“That’s good to know,” said Hermione, but she did not feel completely reassured. Her tuition had been almost completely covered by the Jasper Wockenfuss Muggleborn Support Fund since her first year. She had emptied her savings for their hunting year and knew that she should never be able to afford to pay the fees herself. “I hate to be a nuisance, Professor—“
“Whist,” her professor interrupted.
There was an awkward pause before Hermione, tucking her hair behind her ear, asked, “So… which staff members won’t be returning? Aside from the Carrows, of course.”
Her professor grimaced. “Obviously we need to fill the positions for Muggle Studies and Defense,” she said. “Professor Babbage, too, was lost in the battle, so we’ll need to find another Ancient Runes instructor. Professor Sinistra is taking a sabbatical to recover from a melting hex. And Madame Pince is threatening to retire. It’s nothing new; she threatens every year — but this time she seems to mean it.”
Hermione, whose face had fallen at the mention of Bathsheda Babbage, perked up. “If she needs an assistant….”
McGonagall chuckled. “We’ve been trying to force an assistant on Irma for decades, but she’s adamantly refused.”
“I see. ”
“And then, of course, there’s Severus,” McGonagall said quietly. At the mention of the professor, Hermione felt an unpleasant electric buzz ruffle her senses.
“He… he doesn’t want to come back, I suppose,” Hermione said.
McGonagall blinked at her. “I haven’t a clue as to what he wants, Miss Granger; I haven’t talked to him since… well….”
Since before the battle. Hermione mentally finished the sentence for her. Since before Harry revealed to everyone that Snape was a hero, that he’d been working for the Order all along as a double-agent, that he was Dumbledore’s man to the end.
But it hadn’t been the end. Hermione had made sure of that.
The silence that came down between them stank of guilt, and Hermione felt a wash of nausea roll up in her stomach.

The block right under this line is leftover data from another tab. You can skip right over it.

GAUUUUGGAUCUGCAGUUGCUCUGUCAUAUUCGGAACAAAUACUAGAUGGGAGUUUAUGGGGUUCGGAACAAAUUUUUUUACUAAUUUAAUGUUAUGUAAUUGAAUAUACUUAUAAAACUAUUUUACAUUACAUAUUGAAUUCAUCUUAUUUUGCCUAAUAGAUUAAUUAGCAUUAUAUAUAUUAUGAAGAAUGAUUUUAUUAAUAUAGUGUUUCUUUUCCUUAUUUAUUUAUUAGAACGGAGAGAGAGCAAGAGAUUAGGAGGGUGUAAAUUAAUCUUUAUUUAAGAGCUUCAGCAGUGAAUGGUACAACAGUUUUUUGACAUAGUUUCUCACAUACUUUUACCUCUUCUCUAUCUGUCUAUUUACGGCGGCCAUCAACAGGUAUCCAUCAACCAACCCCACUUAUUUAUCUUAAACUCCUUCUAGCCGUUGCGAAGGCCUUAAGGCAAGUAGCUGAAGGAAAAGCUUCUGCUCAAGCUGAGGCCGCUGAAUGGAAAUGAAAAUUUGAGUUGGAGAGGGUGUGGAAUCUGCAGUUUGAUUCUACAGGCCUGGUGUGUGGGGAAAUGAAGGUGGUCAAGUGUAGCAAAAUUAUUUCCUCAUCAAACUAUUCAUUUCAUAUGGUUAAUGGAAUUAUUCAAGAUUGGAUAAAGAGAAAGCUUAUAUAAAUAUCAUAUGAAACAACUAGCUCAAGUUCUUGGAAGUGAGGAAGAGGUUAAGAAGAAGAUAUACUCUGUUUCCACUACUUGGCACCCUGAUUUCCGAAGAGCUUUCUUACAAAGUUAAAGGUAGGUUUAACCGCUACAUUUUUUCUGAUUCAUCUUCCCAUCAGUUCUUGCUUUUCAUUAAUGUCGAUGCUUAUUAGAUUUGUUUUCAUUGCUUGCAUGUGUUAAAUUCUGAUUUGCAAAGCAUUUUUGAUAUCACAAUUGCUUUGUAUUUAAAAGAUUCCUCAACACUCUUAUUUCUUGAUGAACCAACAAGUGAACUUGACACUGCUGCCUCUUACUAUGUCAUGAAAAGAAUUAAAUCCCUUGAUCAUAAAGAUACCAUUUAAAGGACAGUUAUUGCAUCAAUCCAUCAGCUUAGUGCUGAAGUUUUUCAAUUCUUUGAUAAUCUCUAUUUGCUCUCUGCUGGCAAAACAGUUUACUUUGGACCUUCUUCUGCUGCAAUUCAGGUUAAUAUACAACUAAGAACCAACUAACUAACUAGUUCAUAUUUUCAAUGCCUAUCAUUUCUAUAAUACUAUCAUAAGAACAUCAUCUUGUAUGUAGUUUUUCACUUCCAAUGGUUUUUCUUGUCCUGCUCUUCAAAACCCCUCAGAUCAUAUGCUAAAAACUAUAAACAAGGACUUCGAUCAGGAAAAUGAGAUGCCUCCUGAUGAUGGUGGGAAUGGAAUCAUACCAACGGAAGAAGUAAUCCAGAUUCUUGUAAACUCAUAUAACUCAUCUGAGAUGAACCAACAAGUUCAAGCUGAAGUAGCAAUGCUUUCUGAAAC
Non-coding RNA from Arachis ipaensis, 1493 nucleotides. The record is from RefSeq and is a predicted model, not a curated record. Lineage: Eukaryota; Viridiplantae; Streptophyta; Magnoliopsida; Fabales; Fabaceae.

Of all things, what Severus Snape wanted should’ve been the last thing on her mind, and indeed, the question was swept away by a dozen others that burned to be spoken — almost literally. But wild horses couldn’t have dragged them out of her. Speech, in fact, was a faculty beyond her capabilities at the moment. All she could do was sink her teeth into her lower lip and try to keep breathing.
He’d survived, and at least she wouldn’t have his death on her conscience.
That was Hermione’s final exchange with McGonagall before the professor was pulled into a discussion with another guest. Hermione didn’t get the opportunity to pause and think, though, for as soon as her professor left her side, one of Mr. Weasley’s colleagues caught her up in conversation. He was a thirty-something dark-haired man with a smile full of bright white teeth that he flashed between intrusive and enthusiastic questions about her time hunting Horcruxes. “Your year abroad,” he called it, as if it were a gap year, Hermione thought. Apparently unimpressed with her dull answers — for how interesting could she make months of rooting around in the woods sound?— he began to regale her with stories of his own encounters with cursed artifacts.
When she finally managed to tactfully extricate herself from his company, Hermione started for a group of familiar faces on the other side of the crowd, but again she was accosted by a stranger. It was another man, this one rather older but no less enthusiastic. He had greying hair combed straight back so it straggled down his collar, and his round eyes crossed slightly over a prominent beaky nose so Hermione had the distinct impression she was being sized up by an elderly crow. This one insisted on shaking her hand and then held onto her while he interrogated her about the diadem of Ravenclaw.
Hermione got the sinking feeling that this was what Harry experienced every time he went out in public. Where was Harry, anyway? She craned her neck to scan the crowd, and the older man finally let her hand go, harrumphing that one’s status as a war heroine didn’t give one license to disrespect one’s elders. Hermione kept her eyes on a distant part of the crowd, and when another man tried to intercept her, she pretended that she was so focused on her distant goal that she didn’t notice the bid for her attention. That seemed to work, although she felt a little guilty for slipping past him without so much as a nod, but she finally made it over to Fleur and Gabrielle Delacour.
“‘Ermione,” Gabrielle exclaimed, and threw her arms around Hermione’s waist. The girl had demonstrated an attachment to Hermione since the Triwizard Tournament, in which they’d both been “captives” of the Mer-people for the Second Task.